Mens health: Secrets to healthy ageing and longevity for Malaysians – Malay Mail


Posted: November 22, 2019 at 9:47 am

The prodromal periods between ages 30 and 40 are crucial to get rid of any risk factors that would affect healthy ageing. Picture courtesy of Pxhere.com

KUALA LUMPUR, Nov 21 I am most privileged and enthused to commence a health column with Malay Mail on mens health, wellness and ageing.

This is indeed very timely as the world is greying rapidly, while healthcare cost is escalating swiftly, and these facts emphasise the dire need to keep men healthy for as long as possible.

A major demographic shift resulting in a rapidly increasing aged population underscored the importance of health maintenance and wellness of all age groups to delay and mitigate the inevitable consequences of the aging phenomenon declining health and workforce as well as unmatchable health cost irreconcilable.

Though ageing is non-gender specific, the international community and key opinion leaders in the field of mens health are awakened and concerned of the appalling health of men compared to women across the globe.

In nearly all countries in the world, men suffer life-threatening diseases earlier and in a more intense manner than women.

Even in developed regions or countries like Hong Kong, Japan and Singapore, the death rate for all major diseases including cancers for men are two to four folds higher than women.

Overall, on average men suffer two to four fold higher disease burden and die five to seven years earlier than women worldwide.

In our ageing world, there is certainly more urgency to narrow this inequity of health status between the sexes, so as to mitigate declining workforce and sustaining economic development.

At any age of mens life, there are many compelling reasons and pressures to improve or maintain health.

The prodromal periods between ages 30 and 40 is crucial to prevent or get rid of any risk factors like substance abuse, controlling essential blood parameters like blood sugar and lipids, injuries or reduce physical or mental stresses.

Additionally, men in their 40s and 50s must optimise their health and fitness to climb the corporate ladders and minimise their chance of medical catastrophes.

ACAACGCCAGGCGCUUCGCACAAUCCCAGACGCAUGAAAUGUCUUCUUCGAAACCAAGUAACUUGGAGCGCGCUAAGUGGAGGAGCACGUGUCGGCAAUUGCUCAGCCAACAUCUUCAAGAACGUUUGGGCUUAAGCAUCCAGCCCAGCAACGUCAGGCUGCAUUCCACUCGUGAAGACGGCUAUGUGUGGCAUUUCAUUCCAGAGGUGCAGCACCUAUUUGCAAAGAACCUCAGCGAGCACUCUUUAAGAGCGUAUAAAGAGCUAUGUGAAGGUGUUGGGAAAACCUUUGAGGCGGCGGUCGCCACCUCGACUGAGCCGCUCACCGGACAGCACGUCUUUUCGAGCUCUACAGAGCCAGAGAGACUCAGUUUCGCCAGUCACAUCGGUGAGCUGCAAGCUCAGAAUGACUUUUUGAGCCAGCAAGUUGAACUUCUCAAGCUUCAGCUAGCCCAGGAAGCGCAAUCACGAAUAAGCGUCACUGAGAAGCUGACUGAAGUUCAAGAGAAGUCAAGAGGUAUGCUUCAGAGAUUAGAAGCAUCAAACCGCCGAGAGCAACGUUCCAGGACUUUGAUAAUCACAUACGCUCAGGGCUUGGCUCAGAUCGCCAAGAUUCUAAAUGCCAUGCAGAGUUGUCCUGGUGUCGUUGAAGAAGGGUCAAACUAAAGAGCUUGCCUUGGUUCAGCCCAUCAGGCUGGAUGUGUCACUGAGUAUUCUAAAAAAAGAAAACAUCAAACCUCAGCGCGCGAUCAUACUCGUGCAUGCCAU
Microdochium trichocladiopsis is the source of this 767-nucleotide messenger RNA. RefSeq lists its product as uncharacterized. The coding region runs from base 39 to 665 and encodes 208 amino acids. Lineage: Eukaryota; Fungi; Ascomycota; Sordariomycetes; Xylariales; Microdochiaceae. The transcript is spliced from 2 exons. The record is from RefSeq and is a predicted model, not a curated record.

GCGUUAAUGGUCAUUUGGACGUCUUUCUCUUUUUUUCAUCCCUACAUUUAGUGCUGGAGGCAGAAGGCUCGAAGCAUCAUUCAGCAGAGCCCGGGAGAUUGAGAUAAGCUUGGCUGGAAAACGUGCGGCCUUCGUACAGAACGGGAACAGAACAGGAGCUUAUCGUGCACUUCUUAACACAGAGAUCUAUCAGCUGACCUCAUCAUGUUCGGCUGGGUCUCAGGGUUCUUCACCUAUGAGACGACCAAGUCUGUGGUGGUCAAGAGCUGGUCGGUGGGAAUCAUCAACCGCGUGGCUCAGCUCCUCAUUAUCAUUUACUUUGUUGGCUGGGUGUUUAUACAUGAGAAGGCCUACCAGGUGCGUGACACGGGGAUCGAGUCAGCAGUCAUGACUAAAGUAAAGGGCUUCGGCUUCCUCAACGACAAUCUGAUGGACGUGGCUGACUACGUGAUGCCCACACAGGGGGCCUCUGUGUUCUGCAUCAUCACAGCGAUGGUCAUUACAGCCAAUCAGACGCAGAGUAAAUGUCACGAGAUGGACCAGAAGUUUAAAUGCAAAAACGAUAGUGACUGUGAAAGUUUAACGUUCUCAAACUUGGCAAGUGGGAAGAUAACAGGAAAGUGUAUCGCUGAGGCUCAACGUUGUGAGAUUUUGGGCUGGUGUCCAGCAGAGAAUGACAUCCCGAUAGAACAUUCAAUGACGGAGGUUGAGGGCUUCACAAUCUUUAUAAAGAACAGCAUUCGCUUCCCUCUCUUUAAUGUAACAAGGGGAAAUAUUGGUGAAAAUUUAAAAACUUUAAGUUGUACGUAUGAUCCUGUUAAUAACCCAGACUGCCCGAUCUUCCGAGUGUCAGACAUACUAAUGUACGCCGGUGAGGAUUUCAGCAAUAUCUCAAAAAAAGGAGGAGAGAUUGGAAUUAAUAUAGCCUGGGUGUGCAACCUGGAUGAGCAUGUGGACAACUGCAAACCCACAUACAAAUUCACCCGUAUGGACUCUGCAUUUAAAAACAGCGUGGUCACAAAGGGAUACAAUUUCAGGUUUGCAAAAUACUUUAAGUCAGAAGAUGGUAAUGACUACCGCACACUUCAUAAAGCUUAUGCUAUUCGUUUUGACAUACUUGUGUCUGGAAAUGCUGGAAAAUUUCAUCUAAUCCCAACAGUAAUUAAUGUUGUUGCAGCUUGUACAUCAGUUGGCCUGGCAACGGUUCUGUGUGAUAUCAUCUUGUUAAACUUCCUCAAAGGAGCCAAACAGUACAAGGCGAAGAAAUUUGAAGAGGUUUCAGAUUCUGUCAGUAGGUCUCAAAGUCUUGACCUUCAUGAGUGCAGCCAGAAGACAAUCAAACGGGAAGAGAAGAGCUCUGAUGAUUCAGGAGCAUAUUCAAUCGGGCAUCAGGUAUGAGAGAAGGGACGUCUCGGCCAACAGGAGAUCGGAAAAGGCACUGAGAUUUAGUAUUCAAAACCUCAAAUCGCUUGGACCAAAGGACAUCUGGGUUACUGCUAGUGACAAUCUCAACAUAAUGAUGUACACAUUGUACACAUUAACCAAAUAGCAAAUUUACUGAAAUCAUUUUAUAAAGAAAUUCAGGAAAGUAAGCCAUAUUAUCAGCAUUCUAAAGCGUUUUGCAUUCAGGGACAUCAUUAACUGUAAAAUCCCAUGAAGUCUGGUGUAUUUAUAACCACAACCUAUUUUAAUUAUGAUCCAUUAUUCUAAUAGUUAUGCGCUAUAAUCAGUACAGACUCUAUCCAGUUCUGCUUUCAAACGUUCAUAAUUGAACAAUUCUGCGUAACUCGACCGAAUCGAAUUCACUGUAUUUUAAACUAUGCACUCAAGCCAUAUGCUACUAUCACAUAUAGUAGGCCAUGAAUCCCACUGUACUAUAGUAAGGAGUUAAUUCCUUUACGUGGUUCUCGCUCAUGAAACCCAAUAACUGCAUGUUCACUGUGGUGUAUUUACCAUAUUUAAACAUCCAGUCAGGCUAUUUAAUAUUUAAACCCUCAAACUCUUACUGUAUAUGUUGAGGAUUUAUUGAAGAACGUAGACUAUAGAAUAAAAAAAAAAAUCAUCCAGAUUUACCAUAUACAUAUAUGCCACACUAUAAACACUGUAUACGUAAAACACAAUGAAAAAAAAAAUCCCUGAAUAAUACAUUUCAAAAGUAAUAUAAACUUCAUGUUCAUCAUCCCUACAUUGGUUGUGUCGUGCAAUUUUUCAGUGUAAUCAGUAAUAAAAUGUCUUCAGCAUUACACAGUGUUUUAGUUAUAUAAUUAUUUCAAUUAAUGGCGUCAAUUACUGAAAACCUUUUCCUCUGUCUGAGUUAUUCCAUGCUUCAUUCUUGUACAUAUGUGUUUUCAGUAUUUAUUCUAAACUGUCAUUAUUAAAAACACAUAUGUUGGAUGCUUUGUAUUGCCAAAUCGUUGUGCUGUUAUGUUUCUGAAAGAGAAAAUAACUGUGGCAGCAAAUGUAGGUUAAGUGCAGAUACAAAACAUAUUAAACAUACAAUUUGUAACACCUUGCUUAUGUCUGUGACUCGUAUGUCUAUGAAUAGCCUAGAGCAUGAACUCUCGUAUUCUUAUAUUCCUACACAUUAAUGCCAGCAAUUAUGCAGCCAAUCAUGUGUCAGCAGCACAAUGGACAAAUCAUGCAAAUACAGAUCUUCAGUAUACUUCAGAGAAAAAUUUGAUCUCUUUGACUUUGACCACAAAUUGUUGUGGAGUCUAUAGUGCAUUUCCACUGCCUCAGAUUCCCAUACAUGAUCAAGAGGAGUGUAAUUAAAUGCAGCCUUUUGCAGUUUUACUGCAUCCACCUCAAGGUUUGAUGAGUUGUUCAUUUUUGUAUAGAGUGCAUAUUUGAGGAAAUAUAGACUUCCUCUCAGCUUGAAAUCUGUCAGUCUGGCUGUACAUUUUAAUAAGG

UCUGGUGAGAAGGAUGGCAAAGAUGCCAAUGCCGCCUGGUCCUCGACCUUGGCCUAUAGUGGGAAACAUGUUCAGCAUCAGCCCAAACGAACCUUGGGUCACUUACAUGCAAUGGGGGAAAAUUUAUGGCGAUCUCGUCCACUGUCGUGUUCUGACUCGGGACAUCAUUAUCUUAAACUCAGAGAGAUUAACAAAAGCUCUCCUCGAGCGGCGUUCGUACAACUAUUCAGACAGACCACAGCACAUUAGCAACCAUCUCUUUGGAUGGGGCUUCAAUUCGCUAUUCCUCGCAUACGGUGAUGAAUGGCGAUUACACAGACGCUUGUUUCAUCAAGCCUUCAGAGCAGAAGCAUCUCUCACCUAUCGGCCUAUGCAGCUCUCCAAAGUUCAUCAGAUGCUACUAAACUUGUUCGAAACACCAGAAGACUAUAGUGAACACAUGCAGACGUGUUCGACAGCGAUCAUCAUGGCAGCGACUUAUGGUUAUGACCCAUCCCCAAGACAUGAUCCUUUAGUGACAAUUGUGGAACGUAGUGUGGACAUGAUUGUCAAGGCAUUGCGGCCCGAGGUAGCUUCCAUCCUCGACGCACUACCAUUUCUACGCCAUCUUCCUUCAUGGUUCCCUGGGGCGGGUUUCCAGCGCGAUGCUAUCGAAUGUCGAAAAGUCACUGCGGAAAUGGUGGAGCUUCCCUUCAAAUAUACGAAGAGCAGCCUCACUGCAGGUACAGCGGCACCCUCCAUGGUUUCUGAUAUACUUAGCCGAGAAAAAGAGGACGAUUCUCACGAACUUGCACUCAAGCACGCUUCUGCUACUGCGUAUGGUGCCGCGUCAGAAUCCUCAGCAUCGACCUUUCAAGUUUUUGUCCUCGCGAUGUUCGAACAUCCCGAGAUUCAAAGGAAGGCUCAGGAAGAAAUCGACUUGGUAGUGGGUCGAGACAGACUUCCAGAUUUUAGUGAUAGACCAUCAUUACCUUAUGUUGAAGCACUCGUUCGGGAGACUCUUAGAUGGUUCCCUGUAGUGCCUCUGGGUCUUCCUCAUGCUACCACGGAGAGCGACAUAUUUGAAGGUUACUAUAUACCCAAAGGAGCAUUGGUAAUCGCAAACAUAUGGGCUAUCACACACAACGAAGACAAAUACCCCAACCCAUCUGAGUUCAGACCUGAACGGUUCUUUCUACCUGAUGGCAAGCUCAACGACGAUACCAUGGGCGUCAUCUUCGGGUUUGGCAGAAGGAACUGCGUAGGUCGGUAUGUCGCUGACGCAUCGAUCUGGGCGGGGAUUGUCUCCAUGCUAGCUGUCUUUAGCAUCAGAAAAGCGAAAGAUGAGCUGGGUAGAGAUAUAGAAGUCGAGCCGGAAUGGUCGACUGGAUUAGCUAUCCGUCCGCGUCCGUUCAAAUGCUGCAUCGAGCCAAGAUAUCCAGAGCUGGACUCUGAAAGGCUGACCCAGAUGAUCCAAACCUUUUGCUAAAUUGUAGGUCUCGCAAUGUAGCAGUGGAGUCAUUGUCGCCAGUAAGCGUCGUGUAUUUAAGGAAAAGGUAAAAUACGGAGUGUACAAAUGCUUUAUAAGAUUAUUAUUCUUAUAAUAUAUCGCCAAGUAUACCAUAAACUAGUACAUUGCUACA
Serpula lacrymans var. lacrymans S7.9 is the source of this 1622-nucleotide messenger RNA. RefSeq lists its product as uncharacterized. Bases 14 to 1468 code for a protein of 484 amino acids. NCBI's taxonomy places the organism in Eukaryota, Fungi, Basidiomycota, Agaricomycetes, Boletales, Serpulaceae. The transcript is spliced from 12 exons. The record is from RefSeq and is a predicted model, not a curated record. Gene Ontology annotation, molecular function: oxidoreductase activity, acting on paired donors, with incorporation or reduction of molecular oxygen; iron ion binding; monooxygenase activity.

You need to maintain the best health status possible to take on enormous daily demand and stresses, and to keep sharp and alert to make good and right decisions.

Being healthy is not just about preventing, containing or controlling diseases, rather about optimising your bodys function and performance and preventing potential medical problems, accidents or workplace injuries.

Therefore, health maintenance and preventive healthcare to screen and detect lethal diseases early are crucial to preserve these most productive periods.

Bear in mind that the age of accelerated or exponential diseases in the 60s to 70s is most rewarding and gratifying if one is in good health.

Men in this age group may find their second wind to explore new career, pick up new hobbies or just actively enjoying their life rewards.

Men living into their 80s and beyond can still modify their risk factors and enhance their protective factors to improve their likelihood of overall and healthy ageing life.

Research has shown that for those who are in their 80s and 90s, healthcare maintenance and interventions will continue to improve chances of healthy ageing and longevity.

Men aiming to live longer, better and happier lives should start empowering themselves and take charge of their health and fitness.

Do look out for the monthly column, and read all about the wisdom of health maintenance and disease interventions.

For those interested in the field of mens health, the Mens Health World Congress will be held at the Borneo Convention Centre in Sarawak from July 9 to 11, 2020.

The conference will offer an opportunity to expand or update on all aspects of mens health, and interact with the world's key opinion leaders in this rapidly developing field of mens health.

For more information about the conference, click here.

* Professor Datuk Dr Tan Hui Meng is a consultant urologist and an adjunct professor in University of Malaya and the University of Pennsylvania. He is also honorary president of the Asia Pacific Society and Japan Asean Council for Mens Health and Ageing. He is currently an executive member of the International Society of Mens Health, World Chinese Urological Associations (USA), Asian Society of Endourology and the International Society for the Study of Ageing Males. He has published 238 articles and abstracts in peer-reviewed international journals and 14 books on mens health and sexual medicine.

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Mens health: Secrets to healthy ageing and longevity for Malaysians - Malay Mail

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